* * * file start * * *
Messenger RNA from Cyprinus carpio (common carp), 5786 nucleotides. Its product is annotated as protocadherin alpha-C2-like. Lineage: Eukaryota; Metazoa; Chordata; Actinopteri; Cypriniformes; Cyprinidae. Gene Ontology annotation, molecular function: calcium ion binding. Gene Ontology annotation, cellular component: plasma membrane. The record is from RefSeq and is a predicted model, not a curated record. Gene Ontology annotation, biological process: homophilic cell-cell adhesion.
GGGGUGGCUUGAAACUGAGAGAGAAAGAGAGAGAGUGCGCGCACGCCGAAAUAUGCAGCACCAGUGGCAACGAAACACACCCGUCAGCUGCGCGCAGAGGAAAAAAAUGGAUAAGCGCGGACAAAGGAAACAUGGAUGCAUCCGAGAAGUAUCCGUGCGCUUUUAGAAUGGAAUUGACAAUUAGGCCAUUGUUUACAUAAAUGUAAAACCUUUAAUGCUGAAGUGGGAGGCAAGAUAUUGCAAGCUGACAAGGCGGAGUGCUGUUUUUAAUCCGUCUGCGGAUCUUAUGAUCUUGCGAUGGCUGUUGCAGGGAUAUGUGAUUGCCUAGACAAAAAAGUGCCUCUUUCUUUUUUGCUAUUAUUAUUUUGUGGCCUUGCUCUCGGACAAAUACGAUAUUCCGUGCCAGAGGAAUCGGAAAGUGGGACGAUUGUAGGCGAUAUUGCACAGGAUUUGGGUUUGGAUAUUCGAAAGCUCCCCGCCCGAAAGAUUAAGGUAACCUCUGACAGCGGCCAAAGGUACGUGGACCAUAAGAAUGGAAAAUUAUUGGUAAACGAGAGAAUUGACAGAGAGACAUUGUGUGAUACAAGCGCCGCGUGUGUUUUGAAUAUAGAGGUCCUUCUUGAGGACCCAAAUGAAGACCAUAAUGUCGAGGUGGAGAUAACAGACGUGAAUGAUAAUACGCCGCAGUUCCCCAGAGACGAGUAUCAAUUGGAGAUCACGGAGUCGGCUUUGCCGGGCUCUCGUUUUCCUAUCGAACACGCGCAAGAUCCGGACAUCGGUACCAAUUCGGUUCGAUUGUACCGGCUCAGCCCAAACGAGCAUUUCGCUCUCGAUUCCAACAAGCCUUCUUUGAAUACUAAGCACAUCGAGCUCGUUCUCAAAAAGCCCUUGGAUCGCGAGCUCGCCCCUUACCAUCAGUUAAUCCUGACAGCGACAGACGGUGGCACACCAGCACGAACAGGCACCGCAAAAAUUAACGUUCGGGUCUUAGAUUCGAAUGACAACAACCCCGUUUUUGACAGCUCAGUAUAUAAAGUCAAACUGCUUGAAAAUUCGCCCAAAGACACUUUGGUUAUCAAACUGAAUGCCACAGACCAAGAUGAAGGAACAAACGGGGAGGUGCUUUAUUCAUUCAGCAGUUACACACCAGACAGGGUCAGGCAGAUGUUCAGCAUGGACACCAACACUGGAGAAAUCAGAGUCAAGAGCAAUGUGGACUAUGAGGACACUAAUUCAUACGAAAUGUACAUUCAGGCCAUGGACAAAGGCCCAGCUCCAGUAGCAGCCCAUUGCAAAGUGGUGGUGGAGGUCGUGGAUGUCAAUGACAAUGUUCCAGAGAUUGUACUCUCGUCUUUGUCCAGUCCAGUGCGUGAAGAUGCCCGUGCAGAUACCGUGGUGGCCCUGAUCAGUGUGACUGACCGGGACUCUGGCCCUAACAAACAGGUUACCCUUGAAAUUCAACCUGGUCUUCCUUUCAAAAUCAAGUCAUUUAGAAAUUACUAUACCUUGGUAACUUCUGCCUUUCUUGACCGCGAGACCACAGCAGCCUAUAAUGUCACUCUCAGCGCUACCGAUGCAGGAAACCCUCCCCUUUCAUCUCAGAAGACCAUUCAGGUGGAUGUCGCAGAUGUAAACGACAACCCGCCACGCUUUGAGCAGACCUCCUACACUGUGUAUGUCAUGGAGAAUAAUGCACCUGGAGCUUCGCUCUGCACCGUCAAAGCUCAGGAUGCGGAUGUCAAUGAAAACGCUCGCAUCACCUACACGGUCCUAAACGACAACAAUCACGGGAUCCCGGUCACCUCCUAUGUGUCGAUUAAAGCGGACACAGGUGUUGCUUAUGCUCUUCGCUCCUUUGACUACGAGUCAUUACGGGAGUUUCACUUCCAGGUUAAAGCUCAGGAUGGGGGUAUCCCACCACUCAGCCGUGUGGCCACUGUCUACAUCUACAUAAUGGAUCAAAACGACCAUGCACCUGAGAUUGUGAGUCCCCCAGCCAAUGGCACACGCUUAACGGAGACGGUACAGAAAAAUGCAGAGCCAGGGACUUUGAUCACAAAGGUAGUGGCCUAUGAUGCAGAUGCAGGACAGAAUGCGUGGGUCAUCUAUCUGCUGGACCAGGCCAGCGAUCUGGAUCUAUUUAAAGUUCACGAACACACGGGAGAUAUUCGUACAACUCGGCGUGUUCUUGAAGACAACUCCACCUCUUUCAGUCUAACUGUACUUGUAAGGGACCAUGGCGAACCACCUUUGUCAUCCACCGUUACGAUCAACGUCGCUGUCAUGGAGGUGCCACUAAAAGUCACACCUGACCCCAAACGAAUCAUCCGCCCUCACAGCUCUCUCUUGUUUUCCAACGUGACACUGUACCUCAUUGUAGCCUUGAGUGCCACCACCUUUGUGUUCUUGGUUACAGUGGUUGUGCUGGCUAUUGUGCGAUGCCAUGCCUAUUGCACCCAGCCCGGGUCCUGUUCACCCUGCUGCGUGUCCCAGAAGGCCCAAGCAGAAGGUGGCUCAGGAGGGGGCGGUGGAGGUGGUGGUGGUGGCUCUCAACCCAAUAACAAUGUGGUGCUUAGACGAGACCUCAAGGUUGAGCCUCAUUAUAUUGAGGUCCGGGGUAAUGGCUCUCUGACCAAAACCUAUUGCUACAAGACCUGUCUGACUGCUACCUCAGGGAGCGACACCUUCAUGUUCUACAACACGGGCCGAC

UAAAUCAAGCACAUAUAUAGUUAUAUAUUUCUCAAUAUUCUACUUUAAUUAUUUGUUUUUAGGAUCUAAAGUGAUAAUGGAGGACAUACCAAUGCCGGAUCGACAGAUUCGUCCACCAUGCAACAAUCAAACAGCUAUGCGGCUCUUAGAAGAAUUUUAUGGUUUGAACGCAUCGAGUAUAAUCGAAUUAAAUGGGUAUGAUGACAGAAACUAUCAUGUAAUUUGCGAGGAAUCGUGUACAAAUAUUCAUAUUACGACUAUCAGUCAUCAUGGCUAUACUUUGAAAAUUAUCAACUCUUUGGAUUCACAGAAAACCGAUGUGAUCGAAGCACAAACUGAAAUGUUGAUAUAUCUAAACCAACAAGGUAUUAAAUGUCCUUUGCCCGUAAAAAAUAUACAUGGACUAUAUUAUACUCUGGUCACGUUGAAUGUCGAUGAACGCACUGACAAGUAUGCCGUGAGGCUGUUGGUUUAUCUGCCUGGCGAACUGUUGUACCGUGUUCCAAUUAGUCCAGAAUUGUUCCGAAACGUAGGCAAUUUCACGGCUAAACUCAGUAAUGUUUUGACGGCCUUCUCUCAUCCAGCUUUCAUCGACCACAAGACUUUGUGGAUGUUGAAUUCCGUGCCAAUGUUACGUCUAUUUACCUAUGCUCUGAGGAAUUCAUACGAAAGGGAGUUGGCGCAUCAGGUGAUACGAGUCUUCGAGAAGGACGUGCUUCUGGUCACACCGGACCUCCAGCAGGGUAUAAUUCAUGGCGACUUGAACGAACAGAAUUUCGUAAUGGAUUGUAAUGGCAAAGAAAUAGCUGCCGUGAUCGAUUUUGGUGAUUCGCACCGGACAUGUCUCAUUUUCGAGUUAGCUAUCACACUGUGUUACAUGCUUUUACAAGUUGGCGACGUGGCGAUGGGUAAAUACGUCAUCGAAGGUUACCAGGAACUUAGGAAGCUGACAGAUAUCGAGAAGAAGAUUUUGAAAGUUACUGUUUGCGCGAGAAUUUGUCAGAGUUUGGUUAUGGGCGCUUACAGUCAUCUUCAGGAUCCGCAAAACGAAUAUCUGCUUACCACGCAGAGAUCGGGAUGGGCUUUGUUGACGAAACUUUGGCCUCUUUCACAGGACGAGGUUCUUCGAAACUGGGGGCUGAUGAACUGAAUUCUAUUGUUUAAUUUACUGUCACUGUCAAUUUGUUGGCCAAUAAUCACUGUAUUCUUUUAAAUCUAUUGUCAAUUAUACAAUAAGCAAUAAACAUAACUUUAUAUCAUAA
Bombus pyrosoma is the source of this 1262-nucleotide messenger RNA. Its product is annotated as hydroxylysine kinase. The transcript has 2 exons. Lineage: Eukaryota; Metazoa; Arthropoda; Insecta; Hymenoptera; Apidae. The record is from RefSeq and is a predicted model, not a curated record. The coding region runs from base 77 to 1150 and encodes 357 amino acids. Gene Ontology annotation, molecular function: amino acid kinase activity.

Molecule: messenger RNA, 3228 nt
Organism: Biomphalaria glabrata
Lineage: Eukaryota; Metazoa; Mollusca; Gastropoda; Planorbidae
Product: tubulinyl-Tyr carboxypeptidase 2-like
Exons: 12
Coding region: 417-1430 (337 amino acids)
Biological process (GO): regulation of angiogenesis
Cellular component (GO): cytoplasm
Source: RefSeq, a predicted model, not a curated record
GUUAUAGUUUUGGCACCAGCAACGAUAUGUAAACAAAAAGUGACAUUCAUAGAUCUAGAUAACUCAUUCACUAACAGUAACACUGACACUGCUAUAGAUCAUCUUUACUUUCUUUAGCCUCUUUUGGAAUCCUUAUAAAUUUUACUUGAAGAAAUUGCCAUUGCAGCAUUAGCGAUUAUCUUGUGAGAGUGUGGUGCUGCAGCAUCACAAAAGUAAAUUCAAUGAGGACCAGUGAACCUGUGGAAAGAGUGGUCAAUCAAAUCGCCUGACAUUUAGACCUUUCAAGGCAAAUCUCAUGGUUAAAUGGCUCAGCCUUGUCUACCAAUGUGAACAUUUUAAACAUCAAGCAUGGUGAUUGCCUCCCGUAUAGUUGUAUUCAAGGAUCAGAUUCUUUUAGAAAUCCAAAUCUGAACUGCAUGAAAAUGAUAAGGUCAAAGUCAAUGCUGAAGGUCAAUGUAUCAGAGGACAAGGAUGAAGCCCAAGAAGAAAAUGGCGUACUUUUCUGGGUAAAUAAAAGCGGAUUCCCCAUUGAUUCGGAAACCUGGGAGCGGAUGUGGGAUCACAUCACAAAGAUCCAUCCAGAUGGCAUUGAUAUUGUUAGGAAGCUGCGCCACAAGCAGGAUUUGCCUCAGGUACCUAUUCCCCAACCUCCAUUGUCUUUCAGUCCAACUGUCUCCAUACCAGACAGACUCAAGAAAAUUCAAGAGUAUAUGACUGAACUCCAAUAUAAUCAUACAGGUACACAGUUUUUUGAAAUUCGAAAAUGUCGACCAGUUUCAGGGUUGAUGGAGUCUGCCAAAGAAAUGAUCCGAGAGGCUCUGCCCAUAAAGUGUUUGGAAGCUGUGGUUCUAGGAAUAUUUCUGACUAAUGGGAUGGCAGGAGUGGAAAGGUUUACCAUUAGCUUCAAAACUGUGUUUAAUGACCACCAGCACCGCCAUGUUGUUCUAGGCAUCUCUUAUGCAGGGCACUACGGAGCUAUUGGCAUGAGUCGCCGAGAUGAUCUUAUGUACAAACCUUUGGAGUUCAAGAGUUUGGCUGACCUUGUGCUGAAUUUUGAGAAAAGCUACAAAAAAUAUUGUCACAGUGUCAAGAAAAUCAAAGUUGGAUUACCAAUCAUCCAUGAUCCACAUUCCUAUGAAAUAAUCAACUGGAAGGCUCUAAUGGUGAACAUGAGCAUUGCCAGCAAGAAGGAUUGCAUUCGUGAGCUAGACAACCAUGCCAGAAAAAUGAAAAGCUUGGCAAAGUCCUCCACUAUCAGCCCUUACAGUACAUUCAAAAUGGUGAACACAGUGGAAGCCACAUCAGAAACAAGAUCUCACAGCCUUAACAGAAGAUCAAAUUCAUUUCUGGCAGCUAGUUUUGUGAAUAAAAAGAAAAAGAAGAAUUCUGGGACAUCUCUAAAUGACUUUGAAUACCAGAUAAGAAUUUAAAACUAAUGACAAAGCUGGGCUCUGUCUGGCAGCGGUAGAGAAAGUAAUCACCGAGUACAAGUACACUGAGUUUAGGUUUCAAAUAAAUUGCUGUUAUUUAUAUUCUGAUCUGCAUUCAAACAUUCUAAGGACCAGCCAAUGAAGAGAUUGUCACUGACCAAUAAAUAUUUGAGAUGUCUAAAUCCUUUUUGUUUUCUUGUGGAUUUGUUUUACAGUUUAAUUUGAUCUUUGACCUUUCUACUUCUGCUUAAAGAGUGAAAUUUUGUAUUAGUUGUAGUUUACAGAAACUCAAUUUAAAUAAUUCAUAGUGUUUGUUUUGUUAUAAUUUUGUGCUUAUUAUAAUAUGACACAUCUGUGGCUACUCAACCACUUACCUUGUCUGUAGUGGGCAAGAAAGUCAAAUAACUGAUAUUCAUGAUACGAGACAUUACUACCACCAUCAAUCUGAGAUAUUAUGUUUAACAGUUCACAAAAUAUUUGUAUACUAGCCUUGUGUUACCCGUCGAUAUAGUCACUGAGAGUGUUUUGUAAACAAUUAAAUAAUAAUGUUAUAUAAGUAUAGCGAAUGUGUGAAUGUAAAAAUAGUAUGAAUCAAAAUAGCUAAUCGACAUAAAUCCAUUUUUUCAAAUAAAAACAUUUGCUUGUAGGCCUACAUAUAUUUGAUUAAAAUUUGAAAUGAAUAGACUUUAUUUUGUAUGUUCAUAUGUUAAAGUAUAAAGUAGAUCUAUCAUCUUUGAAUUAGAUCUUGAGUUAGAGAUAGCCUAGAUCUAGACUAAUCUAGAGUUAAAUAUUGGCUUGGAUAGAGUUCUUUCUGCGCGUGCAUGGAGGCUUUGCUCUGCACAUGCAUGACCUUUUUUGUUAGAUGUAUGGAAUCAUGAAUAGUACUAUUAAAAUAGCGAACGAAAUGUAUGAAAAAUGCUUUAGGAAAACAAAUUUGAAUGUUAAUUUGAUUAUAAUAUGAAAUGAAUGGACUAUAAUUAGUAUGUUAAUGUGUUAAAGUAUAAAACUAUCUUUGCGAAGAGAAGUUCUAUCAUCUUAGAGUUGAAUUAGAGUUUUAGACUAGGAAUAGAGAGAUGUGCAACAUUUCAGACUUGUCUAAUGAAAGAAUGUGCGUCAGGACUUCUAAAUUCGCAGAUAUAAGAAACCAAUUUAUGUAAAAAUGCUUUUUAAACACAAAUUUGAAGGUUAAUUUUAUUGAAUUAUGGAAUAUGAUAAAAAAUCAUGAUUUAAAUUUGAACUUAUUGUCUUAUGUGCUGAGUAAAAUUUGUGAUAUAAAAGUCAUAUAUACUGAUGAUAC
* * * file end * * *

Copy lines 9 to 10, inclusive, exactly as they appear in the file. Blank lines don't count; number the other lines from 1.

Exons: 12
Coding region: 417-1430 (337 amino acids)